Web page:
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In this article we will analyze a recent decision of the Fifth Board of Appeal of the European Intellectual Property Office (EUIPO) – case R 1364/2022 – concerning trademarks infringing on public policy and morality.
On September 30, 2021, Escobar Inc. filed an application with the EUIPO to register the trademark “PABLO ESCOBAR”.
The preliminary examination was followed by the rejection of the mark as contrary to public policy and morality pursuant to Article 7(1)(f) of Community Trademark Regulation No. 1001/2017.
The applicant responded, albeit in vain, to the rejection, which was thus upheld by the Board of Appeals, whose decision is discussed in this article.
Following the initial rejection, the applicant presented some arguments in support of the trademark registration. More specifically, what the applicant argued can be summarized as follows:
Article 7, para. 1(f) of the Community Trademark Regulation provides that “marks contrary to public policy or morality” shall be excluded from registration.
The principle behind this provision is to prevent the exploitation and protection of signs contrary to the values on which the European Union is founded, namely human dignity, freedom, equality and solidarity, as well as the principles of democracy and the rule of law, as proclaimed in the Charter of Fundamental Rights of the European Union.
The offensiveness of a sign must be assessed by considering the specific circumstances and public perception. When applying Article 7(1)(f) of Regulation 1001/2017, it is necessary to consider the criteria of the average consumer with an average threshold of sensitivity and tolerance. It is also necessary to consider that signs inconsistent with that standard may harm not only the sensitivities of the public for whom the goods and services are intended, but also those of other individuals who, without being interested in those goods and services, will incidentally come across that sign in their daily lives.
The rationale behind the rejection of the mark is that the mark is obviously associated with the Medellin cartel, which is known for its criminal activities and drug trafficking. As a matter of fact, although, according to the applicant, there may be positive aspects associated with the person of Pablo Escobar (e.g., charitable actions, works of public interest) most consumers in the European Union will acknowledge him exclusively for the crimes he committed.
Although Pablo Escobar has never been convicted by any Colombian, U.S., or European court, the name is associated with the image of a criminal and drug trafficker because of the literature and films that have helped create that image in the eyes of the public. The lack of a conviction does not prevent the general public from associating the trademark applied for with a criminal.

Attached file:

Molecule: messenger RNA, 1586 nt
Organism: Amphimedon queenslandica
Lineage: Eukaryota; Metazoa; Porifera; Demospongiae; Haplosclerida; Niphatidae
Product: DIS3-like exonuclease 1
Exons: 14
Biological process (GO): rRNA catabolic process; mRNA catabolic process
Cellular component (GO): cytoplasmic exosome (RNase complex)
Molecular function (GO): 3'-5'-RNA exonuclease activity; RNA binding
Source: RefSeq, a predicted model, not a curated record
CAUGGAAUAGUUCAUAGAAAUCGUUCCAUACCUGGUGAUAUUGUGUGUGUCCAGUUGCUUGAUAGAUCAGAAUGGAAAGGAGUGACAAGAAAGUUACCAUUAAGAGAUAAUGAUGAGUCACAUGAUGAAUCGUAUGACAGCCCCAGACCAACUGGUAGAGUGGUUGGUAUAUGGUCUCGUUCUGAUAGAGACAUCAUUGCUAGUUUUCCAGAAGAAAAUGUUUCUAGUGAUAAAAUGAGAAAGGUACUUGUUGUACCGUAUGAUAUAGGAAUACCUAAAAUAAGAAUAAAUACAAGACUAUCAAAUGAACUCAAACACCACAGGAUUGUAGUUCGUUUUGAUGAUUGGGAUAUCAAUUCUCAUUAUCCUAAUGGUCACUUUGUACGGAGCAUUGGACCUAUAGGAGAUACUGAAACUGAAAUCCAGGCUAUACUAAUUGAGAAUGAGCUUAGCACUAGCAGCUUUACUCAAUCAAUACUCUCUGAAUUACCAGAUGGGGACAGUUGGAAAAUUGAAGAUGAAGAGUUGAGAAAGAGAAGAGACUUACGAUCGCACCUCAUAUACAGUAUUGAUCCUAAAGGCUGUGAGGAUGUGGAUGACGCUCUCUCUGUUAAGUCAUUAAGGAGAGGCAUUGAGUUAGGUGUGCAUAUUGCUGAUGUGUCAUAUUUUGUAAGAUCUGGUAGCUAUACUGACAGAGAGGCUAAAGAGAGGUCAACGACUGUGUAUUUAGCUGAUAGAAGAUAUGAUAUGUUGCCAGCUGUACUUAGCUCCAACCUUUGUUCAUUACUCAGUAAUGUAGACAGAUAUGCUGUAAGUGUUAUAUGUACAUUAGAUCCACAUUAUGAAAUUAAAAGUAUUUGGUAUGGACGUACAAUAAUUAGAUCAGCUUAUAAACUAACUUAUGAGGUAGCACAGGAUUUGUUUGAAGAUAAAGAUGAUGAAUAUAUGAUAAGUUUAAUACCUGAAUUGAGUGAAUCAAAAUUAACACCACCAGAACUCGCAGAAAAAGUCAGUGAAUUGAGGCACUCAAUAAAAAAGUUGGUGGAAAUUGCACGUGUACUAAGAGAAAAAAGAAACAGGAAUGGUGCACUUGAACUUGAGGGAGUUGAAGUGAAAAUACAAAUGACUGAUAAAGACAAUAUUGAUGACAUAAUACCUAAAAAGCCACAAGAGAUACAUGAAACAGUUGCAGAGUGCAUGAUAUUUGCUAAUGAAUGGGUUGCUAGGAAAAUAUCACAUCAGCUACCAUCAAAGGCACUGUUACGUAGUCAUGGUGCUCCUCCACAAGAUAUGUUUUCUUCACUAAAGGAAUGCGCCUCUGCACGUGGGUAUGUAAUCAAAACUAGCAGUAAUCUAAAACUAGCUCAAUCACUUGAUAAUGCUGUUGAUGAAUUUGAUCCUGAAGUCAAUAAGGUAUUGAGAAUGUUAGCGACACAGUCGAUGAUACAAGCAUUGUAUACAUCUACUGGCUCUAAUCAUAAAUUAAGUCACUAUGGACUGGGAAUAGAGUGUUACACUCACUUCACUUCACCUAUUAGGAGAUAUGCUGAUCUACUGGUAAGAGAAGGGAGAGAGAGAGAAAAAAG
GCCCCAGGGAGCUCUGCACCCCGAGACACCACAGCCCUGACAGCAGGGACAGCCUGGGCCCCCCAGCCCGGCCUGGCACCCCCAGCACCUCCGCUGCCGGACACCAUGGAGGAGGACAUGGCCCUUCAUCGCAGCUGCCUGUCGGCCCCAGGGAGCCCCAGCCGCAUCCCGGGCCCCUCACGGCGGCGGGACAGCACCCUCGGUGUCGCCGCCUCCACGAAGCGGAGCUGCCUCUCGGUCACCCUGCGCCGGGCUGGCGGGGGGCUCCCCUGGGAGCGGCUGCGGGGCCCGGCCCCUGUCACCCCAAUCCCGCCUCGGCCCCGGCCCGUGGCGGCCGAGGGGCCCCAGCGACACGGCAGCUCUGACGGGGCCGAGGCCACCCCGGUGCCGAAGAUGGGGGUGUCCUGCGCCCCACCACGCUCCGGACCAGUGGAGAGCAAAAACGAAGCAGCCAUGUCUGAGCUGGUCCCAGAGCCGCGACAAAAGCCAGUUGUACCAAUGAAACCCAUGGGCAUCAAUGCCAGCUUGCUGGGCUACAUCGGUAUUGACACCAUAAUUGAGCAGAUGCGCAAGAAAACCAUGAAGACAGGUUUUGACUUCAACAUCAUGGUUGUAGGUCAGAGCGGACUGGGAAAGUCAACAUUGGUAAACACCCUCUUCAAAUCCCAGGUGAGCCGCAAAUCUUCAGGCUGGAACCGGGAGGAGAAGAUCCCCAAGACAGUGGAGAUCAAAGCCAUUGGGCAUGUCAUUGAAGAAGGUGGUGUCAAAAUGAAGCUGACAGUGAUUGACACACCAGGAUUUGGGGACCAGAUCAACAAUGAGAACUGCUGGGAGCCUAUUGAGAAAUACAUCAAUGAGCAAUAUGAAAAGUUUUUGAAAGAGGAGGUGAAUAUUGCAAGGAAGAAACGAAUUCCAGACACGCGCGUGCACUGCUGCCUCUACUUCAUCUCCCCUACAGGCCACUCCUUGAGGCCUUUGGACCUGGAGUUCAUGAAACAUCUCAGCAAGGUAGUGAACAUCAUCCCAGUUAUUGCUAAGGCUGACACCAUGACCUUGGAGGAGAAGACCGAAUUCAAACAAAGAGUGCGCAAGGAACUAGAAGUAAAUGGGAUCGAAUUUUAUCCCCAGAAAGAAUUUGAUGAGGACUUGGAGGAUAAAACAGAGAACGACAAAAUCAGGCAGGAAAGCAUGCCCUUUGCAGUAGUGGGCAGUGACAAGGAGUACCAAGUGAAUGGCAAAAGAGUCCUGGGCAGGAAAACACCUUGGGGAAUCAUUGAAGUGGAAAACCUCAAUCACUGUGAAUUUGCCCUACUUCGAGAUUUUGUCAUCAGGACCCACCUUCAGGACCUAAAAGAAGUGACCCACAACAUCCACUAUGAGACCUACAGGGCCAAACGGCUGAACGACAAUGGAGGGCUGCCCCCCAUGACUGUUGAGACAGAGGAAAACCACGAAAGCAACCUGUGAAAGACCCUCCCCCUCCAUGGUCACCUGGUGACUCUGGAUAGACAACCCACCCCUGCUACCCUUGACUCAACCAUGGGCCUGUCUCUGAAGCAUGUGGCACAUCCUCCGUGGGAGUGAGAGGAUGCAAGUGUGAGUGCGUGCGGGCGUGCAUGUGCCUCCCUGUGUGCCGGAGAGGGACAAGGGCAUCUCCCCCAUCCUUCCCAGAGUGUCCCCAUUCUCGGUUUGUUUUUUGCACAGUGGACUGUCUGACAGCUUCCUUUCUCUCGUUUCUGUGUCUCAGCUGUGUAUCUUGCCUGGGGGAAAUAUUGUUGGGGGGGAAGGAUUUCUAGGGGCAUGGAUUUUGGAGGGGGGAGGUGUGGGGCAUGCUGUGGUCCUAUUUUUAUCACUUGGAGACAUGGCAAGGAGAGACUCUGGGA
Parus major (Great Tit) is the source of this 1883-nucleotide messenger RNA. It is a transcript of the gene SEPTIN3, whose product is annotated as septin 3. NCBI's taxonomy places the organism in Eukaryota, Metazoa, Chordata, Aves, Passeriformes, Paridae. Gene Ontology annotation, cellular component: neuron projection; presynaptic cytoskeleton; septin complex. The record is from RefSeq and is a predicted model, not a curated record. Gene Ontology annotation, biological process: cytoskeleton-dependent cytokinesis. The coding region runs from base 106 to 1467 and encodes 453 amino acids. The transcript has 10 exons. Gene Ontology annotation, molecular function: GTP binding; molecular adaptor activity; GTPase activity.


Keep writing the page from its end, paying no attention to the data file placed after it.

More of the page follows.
The Board of Appeals recognizes that, in Spanish popular culture, the association between Pablo Escobar and his crimes is widespread, and, in order to reject the mark, it is sufficient that only in one member state is the sign considered as infringing on the fundamental principles underlying the European Union.
The presence in the official registers of other trademarks containing names of famous criminals who have gone down in history is also irrelevant. As a matter of fact, national decisions do not bind EU bodies because the EU trademark regime is autonomous and subject to specific legislation.
As such, precisely because the crimes associated with Pablo Escobar are contrary to public order and recognized moral principles, the trademark must be rejected on the grounds that the values and principles on which the European Union is founded prevent legal protection as a trademark and commercial exploitation of the name of the leader of a notorious group known for its indiscriminate mass terrorist acts, which killed and injured thousands of people.
The “Pablo Escobar” trademark affair is a prime example of the importance of the requirement of lawfulness in the trademark registration process. This principle, based on the need to ensure that there is no conflict with public order or morality, must be properly assessed at the filing stage. A violation of this principle can lead to the rejection of the trademark application, with significant legal and economic repercussions.
The inherent complexity of the trademark registration process, which involves the evaluation of both technical and ethical and moral issues, enhances the importance of seeking professional advice before embarking on this process. An attorney specializing in trademark law can offer a comprehensive and thorough analysis of trademark registrability, considering the entire landscape of requirements under current law, including lawfulness. Adopting such an approach can prevent possible rejections and associated economic losses, while ensuring compliance with the fundamental principles and values of the European Union.
Hence, the assistance of a professional during trademark registration is not only an advisable choice, but a strategic investment in protecting one’s trademark and safeguarding the reputation of one’s business.